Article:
names like Setu (Lepontic Setu-pokios), Attec (Lepontic Ati, Atecua),
Uenit (Lepontic Uenia), Tepu (Lepontic Atepu). Hitz even claims
discovery of the toponym Glozel itself, as nemu chlausei "in the
sacred place of Glozel" (comparing nemu to Gaulish nemeton).
Still, Hitz also argues that there are
some inscriptions that do not make any sense whatsoever and these
nonsensical artifacts have been dated by other means to the 13th
century; it is believed that those who used the site as a cemetery
in the 13th century tried to copy some of the older artifacts found
on site, but as they were obviously unable to understand the script,
tried to imitate the signs seen on the stones and urns, ending up
with nonsense, but a nevertheless aesthetically pleasing offering
for their deceased.
Though Fradin continues to believe Morlet and the site’s Neolithic
nature, few now support it, seeing that the “hard dating” techniques
have provided far more recent dates. Furthermore, Glozel is not as
important as its notoriety has made it appear. It has been described
as the “Dreyfus Affair” of French archaeology. In early 1999, Guy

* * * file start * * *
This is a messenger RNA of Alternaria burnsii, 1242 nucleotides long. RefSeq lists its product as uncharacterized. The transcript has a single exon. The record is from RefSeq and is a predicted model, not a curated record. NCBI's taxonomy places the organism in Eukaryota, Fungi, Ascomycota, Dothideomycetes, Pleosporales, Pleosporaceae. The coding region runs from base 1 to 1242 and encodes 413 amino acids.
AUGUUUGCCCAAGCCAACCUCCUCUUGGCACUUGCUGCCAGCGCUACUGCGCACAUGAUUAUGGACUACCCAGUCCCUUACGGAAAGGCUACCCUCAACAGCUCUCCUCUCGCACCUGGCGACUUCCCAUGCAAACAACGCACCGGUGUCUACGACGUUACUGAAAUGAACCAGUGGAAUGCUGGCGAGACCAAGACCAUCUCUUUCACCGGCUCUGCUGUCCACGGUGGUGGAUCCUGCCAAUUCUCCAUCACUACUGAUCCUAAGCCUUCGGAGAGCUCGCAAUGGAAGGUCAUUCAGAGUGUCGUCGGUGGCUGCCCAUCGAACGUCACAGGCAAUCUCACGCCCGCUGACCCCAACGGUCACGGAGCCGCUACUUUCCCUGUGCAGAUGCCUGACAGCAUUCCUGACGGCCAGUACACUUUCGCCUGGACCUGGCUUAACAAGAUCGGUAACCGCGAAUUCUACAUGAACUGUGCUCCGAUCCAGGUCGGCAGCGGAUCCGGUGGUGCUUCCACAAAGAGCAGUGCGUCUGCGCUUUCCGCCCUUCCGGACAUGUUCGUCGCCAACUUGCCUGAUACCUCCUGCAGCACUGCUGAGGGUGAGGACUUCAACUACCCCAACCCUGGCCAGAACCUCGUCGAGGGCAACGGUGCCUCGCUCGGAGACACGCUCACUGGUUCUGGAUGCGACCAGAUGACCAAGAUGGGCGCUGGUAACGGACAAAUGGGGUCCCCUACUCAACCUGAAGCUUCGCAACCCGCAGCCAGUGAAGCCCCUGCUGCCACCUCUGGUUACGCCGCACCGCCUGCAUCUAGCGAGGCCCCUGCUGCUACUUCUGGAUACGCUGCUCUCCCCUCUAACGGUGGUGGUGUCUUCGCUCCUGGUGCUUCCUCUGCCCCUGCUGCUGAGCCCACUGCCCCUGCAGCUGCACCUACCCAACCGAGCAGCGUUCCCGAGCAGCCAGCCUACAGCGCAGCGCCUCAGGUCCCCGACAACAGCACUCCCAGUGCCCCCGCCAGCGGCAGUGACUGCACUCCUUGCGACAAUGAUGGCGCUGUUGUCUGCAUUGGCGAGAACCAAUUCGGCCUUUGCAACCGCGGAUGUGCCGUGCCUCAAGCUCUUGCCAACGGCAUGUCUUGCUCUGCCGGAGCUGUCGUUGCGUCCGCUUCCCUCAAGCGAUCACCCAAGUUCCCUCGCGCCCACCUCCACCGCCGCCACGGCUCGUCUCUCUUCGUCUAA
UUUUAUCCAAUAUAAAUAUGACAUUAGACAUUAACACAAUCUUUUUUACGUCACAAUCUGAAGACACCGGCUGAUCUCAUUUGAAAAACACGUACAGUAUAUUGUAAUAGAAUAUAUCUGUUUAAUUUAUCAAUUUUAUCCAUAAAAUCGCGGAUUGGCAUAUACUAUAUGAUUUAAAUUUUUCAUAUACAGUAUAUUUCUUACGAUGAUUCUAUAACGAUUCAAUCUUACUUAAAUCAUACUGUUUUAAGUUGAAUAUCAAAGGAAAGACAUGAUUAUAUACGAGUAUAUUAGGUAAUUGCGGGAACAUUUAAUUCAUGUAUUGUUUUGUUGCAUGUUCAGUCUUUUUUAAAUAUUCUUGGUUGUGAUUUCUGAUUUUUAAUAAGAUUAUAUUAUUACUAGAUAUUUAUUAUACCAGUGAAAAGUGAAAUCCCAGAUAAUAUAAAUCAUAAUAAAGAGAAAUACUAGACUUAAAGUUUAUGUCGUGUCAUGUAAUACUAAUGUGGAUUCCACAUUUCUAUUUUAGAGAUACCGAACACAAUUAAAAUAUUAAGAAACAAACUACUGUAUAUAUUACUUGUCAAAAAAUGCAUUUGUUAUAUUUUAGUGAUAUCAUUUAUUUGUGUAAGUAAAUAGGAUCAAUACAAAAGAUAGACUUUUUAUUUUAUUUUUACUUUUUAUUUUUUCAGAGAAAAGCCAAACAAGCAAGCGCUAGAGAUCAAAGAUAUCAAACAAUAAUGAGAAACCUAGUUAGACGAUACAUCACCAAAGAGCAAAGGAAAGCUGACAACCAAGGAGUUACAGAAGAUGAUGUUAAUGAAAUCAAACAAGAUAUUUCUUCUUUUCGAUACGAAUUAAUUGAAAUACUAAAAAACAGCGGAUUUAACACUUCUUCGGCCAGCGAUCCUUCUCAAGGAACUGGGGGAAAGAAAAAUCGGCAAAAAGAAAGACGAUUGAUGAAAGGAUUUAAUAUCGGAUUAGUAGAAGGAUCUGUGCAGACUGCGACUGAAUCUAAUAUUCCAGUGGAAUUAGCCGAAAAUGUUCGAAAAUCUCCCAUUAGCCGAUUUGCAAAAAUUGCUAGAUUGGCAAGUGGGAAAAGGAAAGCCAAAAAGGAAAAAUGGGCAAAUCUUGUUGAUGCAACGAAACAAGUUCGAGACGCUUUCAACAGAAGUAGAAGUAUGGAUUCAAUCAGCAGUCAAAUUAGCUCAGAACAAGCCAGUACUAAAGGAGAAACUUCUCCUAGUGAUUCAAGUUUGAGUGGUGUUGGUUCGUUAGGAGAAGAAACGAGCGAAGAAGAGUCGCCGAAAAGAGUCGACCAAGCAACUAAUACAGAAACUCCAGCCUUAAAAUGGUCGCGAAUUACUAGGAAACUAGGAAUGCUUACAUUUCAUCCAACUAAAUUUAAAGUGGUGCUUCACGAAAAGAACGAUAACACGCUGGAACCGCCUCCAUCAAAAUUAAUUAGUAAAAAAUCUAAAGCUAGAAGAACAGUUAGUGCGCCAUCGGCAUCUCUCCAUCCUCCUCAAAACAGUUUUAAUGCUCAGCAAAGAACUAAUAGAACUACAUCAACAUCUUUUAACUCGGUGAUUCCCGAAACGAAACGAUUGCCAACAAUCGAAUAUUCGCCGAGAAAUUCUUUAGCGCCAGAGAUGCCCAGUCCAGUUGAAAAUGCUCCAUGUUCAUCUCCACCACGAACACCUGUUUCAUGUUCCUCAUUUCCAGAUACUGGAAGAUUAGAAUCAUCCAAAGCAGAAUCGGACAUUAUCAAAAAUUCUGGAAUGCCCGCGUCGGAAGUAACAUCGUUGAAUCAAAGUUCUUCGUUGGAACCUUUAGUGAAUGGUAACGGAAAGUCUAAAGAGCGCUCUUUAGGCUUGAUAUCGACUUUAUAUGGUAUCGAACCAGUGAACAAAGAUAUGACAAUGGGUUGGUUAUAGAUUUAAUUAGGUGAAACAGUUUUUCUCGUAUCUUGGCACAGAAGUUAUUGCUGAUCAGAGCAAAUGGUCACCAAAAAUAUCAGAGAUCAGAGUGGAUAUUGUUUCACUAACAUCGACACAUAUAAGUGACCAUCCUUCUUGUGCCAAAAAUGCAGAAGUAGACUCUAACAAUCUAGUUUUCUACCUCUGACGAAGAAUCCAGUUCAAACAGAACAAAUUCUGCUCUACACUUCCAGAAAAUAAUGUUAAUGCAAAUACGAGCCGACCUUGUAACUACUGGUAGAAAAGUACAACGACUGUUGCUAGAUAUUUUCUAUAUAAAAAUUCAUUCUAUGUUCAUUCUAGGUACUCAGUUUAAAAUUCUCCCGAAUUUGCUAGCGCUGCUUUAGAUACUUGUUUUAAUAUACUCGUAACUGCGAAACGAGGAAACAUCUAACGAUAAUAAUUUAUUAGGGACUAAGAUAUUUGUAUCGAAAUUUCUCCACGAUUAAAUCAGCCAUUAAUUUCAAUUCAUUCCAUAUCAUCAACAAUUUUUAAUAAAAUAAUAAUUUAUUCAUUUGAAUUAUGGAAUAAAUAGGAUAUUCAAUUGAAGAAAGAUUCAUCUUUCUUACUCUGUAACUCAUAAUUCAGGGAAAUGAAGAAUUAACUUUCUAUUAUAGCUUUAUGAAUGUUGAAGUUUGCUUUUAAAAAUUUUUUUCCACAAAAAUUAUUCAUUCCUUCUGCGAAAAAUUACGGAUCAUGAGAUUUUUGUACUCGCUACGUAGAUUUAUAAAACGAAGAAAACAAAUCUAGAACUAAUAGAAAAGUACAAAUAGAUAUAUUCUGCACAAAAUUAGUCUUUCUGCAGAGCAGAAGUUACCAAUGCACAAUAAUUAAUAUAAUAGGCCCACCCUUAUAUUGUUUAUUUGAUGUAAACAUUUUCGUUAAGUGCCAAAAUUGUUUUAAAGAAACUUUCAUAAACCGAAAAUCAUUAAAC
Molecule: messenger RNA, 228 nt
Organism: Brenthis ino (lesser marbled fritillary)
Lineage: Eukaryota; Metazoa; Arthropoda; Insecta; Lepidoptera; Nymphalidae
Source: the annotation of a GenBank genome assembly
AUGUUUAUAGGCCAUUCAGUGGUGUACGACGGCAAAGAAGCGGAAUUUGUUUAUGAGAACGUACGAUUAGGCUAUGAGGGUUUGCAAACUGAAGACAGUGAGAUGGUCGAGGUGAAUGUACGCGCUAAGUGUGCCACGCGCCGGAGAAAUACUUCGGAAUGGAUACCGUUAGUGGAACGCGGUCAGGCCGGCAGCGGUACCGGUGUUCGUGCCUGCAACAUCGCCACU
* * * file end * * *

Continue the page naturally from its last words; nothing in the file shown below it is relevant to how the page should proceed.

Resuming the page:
Lesec described Glozel as a Rorschach test.
Despite all of that, the possibility of a Neolithic dimension was
reopened in 1993, when a megalithic alignment made up out of 111
stones between the field and Glozel was discovered. The alignment
sits along an old road and leads up to the brow of the hill, where
there is a half circle with a large boulder in the centre. The
megalithic alignment was partially destroyed in the early 20th
century, but it is known to have been about 100 meters long and
roughly orientated north-south, in the direction of Field of Death.
This is evidence that Glozel as a whole had a Neolithic component.
Finally, Glozel is not as unique as many believe. After the initial
discovery had been made, Claude Fradin remembered that the Guillonet
family, the tenant farmers who lived there before them, had found a
vase with a mysterious inscription around it in the same field. In
January 1928, the Mercier family, who owned Chez Guerrier, the farm
next to Glozel, found a stone inscribed with 21 letters and a horse.
He got in touch with Morlet, who found
more artifacts on the site. Other sites in area added to the
treasure chest. The site of Puyravel, 2.5 km from Glozel, yielded 13
stone artifacts, some engraved with animals and letters. Artifacts
were also found at Palissard, 500 meters from Glozel, and Moulin-Piat,
2.5 km from the site. It suggests that the entire area was of some
importance to our forefathers, where vases and other materials were
either buried together with dead, or where these artifacts were
offered, perhaps because the area was sacred to a specific deity.
But the shadow of Glozel’s controversy
is so strong and controversial that the true history of the region
may never be illuminated… and our understanding of history is the
biggest victim in an affaire that should since long have progressed
from the fake-no fake debate.